Famed genome sequencer Craig Venter joins us to look at the brave new world of synthetic life.
In the spring of 2010, Craig Venter – the “richest and most powerful man in biotechnology,” he’s been called – announced the creation of a new life form. Synthetic life. Genetically coded on a computer, and popped to life. Specifications dropped in by a human hand. Self-replicating and ready to go. It was a bombshell in biology circles. The rest of the world is still taking it onboard. Now Venter’s talking about it as a challenge to our understanding of life itself. A boon, he hopes. And maybe a teleporter, too. Up next On Point: Craig Venter on the advance of synthetic life.
J. Craig Venter, molecular biologist and entrepreneur, author of "Life At the Speed of Light: From the Double Helix to the Dawn of Digital Life." Founder and CEO of the J. Craig Venter Institute and of Synthetic Genomics, Inc. (@JCVenter)
Foreign Affairs: Biology's Brave New World -- "Looking at the strings of letters representing the DNA sequence for a virus called phi X174, which infects bacteria, he thought to himself, 'I can assemble real DNA based on that computer information.' And so he did, creating a virus based on the phi X174 genomic code. He followed the same recipe later on to generate the DNA for his larger and more sophisticated creature. Venter and his team figured out how to make an artificial bacterial cell, inserted their man-made DNA genome inside, and watched as the organic life form they had synthesized moved, ate, breathed, and replicated itself."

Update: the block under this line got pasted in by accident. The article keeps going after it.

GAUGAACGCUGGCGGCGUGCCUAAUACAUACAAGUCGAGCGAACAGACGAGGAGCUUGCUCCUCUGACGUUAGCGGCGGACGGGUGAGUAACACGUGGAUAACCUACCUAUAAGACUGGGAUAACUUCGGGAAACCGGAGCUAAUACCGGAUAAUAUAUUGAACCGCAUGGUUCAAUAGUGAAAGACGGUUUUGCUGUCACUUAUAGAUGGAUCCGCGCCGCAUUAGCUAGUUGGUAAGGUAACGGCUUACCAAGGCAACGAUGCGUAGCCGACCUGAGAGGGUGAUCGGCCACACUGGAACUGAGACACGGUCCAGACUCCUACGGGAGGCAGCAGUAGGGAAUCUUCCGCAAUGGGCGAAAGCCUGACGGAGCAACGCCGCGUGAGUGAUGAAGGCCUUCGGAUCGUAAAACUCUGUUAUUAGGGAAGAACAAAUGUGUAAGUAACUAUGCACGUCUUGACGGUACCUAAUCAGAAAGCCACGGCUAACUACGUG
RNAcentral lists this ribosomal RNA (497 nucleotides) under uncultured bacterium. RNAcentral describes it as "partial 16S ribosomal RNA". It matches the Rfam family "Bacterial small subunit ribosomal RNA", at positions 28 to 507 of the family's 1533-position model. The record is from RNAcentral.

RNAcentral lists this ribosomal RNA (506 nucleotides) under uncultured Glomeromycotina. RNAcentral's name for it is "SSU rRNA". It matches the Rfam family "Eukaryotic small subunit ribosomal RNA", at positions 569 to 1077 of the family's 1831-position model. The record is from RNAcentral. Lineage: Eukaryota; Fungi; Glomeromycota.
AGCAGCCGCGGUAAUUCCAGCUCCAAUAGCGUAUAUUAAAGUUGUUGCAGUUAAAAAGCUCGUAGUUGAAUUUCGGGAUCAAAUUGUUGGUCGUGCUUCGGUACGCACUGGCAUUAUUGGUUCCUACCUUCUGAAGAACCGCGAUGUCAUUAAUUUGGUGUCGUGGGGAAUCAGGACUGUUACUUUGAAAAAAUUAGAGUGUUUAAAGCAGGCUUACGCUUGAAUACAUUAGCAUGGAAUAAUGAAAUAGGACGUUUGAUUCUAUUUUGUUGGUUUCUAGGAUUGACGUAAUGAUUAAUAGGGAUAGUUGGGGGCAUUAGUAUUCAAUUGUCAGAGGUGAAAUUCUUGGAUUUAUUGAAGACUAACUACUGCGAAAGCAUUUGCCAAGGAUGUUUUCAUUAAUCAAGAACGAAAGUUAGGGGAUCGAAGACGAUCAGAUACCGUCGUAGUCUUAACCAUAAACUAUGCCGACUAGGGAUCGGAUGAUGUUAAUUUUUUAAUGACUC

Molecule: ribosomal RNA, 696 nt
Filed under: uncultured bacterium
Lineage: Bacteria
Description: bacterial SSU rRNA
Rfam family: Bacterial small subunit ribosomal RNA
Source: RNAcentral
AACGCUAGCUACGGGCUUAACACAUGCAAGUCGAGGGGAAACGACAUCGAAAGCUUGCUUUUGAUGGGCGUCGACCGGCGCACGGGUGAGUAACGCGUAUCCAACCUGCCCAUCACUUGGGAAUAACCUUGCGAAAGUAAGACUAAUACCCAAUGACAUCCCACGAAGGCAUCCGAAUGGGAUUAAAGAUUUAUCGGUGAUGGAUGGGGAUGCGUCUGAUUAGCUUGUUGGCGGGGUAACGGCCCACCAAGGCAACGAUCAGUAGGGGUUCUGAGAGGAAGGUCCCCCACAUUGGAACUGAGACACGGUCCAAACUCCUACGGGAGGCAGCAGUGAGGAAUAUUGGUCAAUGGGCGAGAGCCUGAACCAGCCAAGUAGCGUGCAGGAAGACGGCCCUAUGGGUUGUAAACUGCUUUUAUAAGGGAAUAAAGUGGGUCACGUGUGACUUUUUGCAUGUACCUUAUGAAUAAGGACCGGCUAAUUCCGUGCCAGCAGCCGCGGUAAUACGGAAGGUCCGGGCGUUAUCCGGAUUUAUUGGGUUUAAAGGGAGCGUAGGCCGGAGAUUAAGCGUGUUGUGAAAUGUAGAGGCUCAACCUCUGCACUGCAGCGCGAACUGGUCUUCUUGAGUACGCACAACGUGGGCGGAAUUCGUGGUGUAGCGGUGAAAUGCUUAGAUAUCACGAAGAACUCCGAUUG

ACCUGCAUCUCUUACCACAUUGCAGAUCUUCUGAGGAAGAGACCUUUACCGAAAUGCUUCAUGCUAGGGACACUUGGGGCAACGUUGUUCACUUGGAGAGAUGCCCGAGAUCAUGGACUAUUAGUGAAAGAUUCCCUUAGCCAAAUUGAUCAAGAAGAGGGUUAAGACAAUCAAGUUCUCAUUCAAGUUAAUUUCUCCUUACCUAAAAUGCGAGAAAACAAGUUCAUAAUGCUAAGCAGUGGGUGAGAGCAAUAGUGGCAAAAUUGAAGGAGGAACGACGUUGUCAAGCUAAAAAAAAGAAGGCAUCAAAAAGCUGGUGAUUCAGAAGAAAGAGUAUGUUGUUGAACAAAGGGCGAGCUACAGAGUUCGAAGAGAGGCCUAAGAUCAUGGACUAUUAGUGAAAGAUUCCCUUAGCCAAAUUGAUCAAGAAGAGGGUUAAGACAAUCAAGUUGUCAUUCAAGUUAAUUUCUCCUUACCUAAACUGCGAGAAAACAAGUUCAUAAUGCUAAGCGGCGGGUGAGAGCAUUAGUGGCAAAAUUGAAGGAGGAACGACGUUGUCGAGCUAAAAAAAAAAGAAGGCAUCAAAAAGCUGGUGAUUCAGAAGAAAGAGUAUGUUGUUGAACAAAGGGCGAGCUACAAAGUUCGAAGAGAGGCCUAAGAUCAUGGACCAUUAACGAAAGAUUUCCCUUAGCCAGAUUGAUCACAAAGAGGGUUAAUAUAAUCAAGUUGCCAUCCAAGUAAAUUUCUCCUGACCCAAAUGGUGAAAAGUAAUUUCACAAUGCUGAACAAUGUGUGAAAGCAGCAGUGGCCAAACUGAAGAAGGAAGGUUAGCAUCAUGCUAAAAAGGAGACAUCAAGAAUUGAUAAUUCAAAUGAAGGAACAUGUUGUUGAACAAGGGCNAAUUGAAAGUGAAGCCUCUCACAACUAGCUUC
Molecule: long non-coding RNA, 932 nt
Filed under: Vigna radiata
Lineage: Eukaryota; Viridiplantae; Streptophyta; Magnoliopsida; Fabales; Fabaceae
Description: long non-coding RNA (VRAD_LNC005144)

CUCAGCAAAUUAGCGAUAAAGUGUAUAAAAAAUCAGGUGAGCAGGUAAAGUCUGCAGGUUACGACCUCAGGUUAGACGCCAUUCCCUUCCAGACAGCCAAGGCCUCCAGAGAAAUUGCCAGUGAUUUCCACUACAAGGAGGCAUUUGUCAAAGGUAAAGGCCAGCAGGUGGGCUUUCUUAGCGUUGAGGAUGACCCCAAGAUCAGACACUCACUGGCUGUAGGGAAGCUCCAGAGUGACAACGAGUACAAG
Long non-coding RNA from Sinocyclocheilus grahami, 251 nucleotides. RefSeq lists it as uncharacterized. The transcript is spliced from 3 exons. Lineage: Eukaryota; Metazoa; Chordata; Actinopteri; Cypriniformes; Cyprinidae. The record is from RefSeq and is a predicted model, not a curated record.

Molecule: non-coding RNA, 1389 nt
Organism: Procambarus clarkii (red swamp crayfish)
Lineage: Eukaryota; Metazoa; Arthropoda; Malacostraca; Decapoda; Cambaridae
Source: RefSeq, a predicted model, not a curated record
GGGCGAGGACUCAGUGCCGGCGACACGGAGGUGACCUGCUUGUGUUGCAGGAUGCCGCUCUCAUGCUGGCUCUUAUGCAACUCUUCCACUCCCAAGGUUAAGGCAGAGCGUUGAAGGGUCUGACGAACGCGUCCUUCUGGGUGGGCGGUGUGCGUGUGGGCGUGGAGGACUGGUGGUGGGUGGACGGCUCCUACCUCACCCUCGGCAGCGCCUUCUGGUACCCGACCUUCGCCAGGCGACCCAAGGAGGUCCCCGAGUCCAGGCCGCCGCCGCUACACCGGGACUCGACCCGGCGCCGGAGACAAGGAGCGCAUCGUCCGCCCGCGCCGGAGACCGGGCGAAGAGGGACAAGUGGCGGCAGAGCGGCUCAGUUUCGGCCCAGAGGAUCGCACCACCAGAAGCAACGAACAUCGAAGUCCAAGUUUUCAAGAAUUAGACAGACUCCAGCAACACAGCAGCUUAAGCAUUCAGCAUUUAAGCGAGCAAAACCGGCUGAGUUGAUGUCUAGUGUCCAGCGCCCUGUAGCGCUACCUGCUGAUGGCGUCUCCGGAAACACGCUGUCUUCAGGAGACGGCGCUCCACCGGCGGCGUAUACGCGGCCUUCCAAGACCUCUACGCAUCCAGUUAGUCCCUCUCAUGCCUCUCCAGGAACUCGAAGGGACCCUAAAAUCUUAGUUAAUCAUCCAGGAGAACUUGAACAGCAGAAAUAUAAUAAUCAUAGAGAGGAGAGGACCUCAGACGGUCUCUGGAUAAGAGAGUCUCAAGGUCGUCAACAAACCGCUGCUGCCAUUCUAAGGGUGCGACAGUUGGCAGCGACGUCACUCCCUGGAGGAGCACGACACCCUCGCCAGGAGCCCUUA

NBC News: Genomics pioneer Craig Venter warns about biohacker boo-boos — "As Venter points out in his book, 'Life at the Speed of Light,' he's not the only one worried about biohacker boo-boos. Almost three years ago, a presidential commission on bioethics raised concerns about the risk of "low-probability, high-impact events" such as the creation of a doomsday virus. Bioterror is one aspect of the issue, but Venter says he's also concerned about bio-error — 'the fallout that could occur as the result of DNA manipulation by a non-scientifically trained biohacker or 'biopunk.''"
The Guardian: 'This isn't a fantasy look at the future. We are doing the future' -- "A reader could be forgiven for thinking the book is really aimed at the Nobel prize committee, but Venter claims he just wants more people to understand him. 'One of the motivations for the book is to put this in a historical context because of all the confusion out there when we did it,' he says. 'I think the work that we have done with the first genome in history, the human genome and with the first synthetic cell is certainly of the world caliber that obviously earns big prizes.'"
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